These are a staple in traditional Chinese restaurants. Unfortunately, the store-bought variety tends to be hard and tasteless. But this version is wonderfully light, with a crisp edge and chewy center. The traditional cookies are also a dull, dark yellow from an egg yolk wash. I use an egg white wash to get the same glazed effect in a creamy shimmer. Finally, the slivered almonds on top add a nice crunch and a fresh, toasted nut flavor.- Pichet Ong
Chinese Almond Cookies
By Pichet Ong, Author, The Sweet Spot: Asian-Inspired Desserts
Makes 3 dozen
1 3/4 cup (272 grams, 9 3/4 ounces) all-purpose flour
1 cup (210 grams, 7 1/2 ounces) sugar
1/2 teaspoon baking soda
1 1/4 cups (132 grams, 4 3/4 ounces) almond flour
1 cup (226 grams, 8 ounces) unsalted butter, chilled and cut into 1/2-inch cubes
1/2 teaspoon salt
1 large egg
1 teaspoon almond extract
1/2 cup (60 grams, 2 1/8 ounces) slivered almonds
1 large egg white
1. Sift together the flour, sugar, and baking soda and set aside. Put the almond flour, butter, and salt into the bowl of an electric mixer fitted with the paddle attachment. Paddle on medium speed until the mixture resembles cornmeal, 3 minutes. With the machine running, add the egg and almond extract and mix until well-incorporated. Turn the speed to low and add the flour mixture. Mix just until no traces of flour remain.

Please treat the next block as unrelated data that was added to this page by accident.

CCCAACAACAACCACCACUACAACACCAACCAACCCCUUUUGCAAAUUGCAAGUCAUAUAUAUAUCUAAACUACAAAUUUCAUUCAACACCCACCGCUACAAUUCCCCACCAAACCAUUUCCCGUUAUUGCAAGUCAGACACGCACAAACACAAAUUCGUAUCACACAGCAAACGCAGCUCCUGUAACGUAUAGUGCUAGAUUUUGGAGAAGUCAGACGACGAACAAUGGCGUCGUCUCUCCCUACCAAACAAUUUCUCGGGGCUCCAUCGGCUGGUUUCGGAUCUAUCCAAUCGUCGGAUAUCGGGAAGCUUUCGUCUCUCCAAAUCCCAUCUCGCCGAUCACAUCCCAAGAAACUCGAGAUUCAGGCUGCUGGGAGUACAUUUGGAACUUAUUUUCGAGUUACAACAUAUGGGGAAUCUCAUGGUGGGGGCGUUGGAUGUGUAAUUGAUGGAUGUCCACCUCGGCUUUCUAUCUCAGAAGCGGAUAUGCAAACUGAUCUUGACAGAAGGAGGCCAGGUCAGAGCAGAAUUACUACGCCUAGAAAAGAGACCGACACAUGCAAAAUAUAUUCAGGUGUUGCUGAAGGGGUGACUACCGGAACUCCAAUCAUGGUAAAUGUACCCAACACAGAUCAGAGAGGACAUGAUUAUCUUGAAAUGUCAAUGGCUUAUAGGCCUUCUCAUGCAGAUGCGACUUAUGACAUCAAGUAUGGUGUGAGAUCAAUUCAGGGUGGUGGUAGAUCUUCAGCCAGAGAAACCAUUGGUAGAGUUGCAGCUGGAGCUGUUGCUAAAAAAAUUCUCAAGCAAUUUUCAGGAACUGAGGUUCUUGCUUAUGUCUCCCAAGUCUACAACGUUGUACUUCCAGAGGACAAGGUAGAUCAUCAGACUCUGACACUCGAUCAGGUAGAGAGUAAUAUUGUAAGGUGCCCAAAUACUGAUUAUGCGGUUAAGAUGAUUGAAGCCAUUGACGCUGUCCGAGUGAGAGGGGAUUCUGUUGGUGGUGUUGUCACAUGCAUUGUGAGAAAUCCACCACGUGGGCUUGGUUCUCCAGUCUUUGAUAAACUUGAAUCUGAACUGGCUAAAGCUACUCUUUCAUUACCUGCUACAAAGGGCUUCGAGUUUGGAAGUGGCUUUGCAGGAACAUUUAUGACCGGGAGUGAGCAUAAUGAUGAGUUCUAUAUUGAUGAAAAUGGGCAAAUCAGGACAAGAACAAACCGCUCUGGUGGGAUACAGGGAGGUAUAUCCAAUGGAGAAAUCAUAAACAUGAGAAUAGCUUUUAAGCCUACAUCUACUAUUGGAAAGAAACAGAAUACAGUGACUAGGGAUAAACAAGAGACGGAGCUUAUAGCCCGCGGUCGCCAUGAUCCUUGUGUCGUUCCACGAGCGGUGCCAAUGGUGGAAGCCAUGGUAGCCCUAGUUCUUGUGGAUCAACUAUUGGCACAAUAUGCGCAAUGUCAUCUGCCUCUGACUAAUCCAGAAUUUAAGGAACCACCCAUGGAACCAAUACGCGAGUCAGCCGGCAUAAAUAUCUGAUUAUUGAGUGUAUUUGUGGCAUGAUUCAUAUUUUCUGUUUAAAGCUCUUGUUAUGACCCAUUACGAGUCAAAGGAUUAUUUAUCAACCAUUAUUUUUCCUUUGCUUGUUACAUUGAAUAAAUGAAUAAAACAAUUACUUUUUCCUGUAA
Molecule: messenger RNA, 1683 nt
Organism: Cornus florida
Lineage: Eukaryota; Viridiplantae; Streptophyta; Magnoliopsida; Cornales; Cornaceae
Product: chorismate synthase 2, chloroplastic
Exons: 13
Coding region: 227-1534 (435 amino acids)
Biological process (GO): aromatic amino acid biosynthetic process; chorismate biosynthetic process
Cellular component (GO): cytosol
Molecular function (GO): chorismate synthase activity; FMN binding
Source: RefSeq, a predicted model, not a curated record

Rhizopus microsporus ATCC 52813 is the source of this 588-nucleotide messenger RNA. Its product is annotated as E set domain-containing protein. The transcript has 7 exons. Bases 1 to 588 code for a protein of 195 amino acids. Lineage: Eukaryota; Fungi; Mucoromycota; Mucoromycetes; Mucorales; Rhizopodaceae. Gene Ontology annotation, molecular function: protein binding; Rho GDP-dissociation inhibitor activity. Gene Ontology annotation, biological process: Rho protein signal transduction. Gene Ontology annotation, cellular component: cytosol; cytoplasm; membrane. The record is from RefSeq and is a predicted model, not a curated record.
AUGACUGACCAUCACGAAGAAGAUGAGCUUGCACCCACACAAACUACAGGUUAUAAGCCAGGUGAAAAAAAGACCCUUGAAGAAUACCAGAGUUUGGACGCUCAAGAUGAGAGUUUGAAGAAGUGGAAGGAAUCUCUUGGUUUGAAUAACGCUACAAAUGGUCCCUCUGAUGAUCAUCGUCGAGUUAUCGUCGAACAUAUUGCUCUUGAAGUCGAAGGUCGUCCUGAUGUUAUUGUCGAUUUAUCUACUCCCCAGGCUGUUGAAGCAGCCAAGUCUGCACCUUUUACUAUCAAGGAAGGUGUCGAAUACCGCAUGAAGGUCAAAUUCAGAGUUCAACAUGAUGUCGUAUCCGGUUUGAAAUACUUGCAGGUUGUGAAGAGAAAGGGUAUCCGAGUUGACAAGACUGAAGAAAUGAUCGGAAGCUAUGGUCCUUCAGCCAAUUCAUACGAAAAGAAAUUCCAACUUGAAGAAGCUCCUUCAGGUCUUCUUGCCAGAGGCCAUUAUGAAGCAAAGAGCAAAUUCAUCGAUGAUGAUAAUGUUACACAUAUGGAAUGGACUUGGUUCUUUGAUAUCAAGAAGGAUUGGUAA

2. Transfer the dough to a large sheet of plastic wrap, flatten into a 1-inch thick disc, cover tightly, and refrigerate until hard, at least 30 minutes. When ready to bake, preheat the oven to 325°F and line 2 baking sheets with parchment paper.
3. Form the dough into 1/2-inch balls and put on the baking sheets 1 inch apart. Use the palm of your hand to press the balls into 1-inch circles. Press 4 slivered almonds into each cookie, decoratively arranging them to look like an X. Brush the tops of the cookies with the egg white, then bake until golden and crisp around the edges, 15 minutes. Cool completely on the cookie sheet and serve or store in an airtight container for up to 3 days.